Former Marine, Billy Dekle was serving Life for Pot
Billy Dekle has called several times since his release, the last time was on February 29th
to talk about his half-way house woes. We remember the days when clemency recipients did not have to go to the half-way house, and maybe some day that will change. Until then…we count our blessings because freedom is a beautiful thing most of us take for granted.
Billy Dekle sent this final message on 2/2/2016 before he walked out on 2/3/2016
Sorry it took so long for me to respond, we went on lockdown Saturday, and just got out for showers, phone, and email. I just got off the phone with my wife and they were in Mobile Alabama. They will be here tonight, the weather here is going to be stormy, and tomorrow will be sunny and in the 50s. Thanks for all the well wishes. I will be in touch with you and Ms. Beth as soon as I get settled in and have a phone. This is all still unbelievable, I’m sure it will be believable as soon as I get on the other side of the razor wire. I want to say again how much I and the rest of us appreciate all the support and efforts you, Ms. Beth, and the other activist have expended on our behalf. I know that you already know from your past experiences how easy it is to be forgotten in here. It takes a special person to care about people who are in the situation we are in. Hopefully Andy, and John will see freedom again very soon. I will close for now. Sincerely Billy
William Ervin “Billy” Dekle, #04327-018
Offense: Conspiracy to Import over 1,000 kilograms of marijuana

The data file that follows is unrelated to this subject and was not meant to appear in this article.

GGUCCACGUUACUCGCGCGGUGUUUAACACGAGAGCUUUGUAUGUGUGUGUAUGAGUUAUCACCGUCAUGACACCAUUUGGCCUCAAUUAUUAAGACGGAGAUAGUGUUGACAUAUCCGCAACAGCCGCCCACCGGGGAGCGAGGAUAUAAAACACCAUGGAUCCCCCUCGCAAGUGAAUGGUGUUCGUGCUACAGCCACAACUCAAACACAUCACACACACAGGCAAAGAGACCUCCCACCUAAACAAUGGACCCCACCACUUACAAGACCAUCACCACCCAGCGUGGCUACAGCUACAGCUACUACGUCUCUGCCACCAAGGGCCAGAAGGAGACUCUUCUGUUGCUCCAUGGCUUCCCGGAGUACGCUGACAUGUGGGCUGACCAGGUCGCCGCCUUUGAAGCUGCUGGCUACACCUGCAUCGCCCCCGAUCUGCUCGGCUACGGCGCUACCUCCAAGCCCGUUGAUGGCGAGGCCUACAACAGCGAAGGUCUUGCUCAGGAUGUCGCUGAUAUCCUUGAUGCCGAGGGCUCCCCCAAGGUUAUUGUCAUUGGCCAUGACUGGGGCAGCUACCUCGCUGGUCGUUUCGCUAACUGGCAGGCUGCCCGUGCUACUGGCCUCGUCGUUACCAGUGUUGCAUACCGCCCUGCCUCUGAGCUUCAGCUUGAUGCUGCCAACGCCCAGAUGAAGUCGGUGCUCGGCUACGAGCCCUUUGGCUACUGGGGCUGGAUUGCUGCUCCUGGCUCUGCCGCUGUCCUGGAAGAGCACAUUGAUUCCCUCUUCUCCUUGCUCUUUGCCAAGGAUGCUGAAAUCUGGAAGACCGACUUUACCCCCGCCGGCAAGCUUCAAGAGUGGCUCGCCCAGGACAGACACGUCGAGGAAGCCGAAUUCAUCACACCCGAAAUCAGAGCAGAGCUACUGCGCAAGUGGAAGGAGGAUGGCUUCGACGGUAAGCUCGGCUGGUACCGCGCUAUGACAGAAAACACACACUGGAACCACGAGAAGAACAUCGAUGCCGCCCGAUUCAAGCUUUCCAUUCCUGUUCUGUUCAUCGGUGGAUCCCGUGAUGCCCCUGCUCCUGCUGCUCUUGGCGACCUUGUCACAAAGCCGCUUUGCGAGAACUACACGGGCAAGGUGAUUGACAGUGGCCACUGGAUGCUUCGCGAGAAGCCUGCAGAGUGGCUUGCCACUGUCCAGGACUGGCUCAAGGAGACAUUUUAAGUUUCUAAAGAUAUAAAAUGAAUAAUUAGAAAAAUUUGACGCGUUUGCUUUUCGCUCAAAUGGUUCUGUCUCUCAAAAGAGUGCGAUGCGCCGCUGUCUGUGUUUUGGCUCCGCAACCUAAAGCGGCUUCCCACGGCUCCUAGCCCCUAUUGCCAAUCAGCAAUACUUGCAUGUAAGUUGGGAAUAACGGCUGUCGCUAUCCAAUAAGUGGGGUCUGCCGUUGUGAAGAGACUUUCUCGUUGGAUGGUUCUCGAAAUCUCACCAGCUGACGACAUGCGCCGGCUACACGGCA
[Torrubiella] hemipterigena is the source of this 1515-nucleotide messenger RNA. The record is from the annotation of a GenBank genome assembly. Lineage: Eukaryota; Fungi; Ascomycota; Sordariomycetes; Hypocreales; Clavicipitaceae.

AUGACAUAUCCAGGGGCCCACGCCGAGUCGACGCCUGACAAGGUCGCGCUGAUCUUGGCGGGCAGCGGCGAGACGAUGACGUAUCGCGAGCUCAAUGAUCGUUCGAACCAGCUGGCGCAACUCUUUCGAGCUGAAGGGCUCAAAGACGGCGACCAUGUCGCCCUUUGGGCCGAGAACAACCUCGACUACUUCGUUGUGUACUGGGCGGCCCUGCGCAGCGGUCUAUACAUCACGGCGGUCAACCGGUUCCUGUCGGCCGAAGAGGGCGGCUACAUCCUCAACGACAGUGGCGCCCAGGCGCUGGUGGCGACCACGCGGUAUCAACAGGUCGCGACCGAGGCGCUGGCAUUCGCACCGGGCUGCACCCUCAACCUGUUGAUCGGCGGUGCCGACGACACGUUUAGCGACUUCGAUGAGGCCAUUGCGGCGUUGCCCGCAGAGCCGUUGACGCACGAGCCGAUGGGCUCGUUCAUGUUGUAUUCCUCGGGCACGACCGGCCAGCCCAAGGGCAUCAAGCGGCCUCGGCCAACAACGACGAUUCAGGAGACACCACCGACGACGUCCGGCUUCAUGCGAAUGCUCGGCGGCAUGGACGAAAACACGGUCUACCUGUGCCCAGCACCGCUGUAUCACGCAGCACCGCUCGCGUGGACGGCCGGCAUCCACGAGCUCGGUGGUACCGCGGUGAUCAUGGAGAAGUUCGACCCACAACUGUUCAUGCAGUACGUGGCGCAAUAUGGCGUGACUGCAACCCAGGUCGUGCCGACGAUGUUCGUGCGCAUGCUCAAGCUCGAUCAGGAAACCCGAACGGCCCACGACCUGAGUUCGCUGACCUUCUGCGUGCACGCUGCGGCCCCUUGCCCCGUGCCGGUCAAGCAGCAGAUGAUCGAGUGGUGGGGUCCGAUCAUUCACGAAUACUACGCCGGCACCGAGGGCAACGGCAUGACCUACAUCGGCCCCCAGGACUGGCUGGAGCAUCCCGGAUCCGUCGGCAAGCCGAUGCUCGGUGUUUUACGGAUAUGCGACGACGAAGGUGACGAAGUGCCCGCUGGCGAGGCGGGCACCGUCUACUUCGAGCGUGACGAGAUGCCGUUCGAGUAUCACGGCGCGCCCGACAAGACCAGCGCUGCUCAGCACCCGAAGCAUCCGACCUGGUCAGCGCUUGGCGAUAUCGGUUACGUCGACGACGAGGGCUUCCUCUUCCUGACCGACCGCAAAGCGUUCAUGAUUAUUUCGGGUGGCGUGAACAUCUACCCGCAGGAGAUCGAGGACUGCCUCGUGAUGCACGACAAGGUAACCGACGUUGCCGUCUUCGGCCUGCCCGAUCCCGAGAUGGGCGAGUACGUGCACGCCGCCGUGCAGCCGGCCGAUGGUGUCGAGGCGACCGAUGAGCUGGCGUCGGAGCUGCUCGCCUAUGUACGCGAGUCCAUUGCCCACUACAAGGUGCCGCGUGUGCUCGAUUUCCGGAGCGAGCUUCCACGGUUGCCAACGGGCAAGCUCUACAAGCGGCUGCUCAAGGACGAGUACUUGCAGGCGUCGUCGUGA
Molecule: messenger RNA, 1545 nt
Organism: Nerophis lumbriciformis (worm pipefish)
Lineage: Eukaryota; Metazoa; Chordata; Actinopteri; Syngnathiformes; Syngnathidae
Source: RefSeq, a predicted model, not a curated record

Sentence: Life Without Parole – Natural Death
Incarcerated Since: 1990
Date of Birth: 10/18/1949
Family: His wife Kay, 2 children and 2 grandchildren.
Priors: One federal and two state felony marijuana convictions.
Health Issues: High blood pressure, back, hip and knee pain.
Did You Go to Trial: Yes
How Many People in Your Case Are Now Free: Everyone except me, the last one got out in 2008.
Why commutation: I have served decades for a substance that is now legal to sell in some states. I have seen murderers and other violent criminals released, yet I have no chance of ever leaving prison, save for Presidential clemency. That just doesn’t seem right. I am a hard worker and have over 200 months of programming with the Federal Prison Industry as a production clerk.
Post Release Plans: To spend what time I have left with my family and help to support them. People do not realize the burden incarceration puts on families.
About Billy Dekle’s Case – Life for Pot
After growing up on a farm and serving in the marines, south Florida native Billy Dekle found his true passion in aviation. His early career in the 70s and 80s flying planeloads of marijuana into south Florida is the stuff of Carl Hiaasen novels and Jimmy Buffett songs. While he never hurt anyone, the activity earned him one federal and two state felony convictions for marijuana before his real trouble began in 1990 when he was arrested for the marijuana conspiracy case that would land him a life sentence.
Believing in his Constitutional right to take his case to trial, Billy refused to “cooperate” with authorities and implicate others. Of course that did not stop others, trying to avoid long prison sentences, from implicating him. At the end of the trial, like so many others who fought conspiracy charges and lost, Billy Dekle was looking at a sentence of life without possibility of parole for a nonviolent marijuana conspiracy. Now two decades later, the pilot who did nothing more than transport the marijuana is the only defendant from his case still behind bars.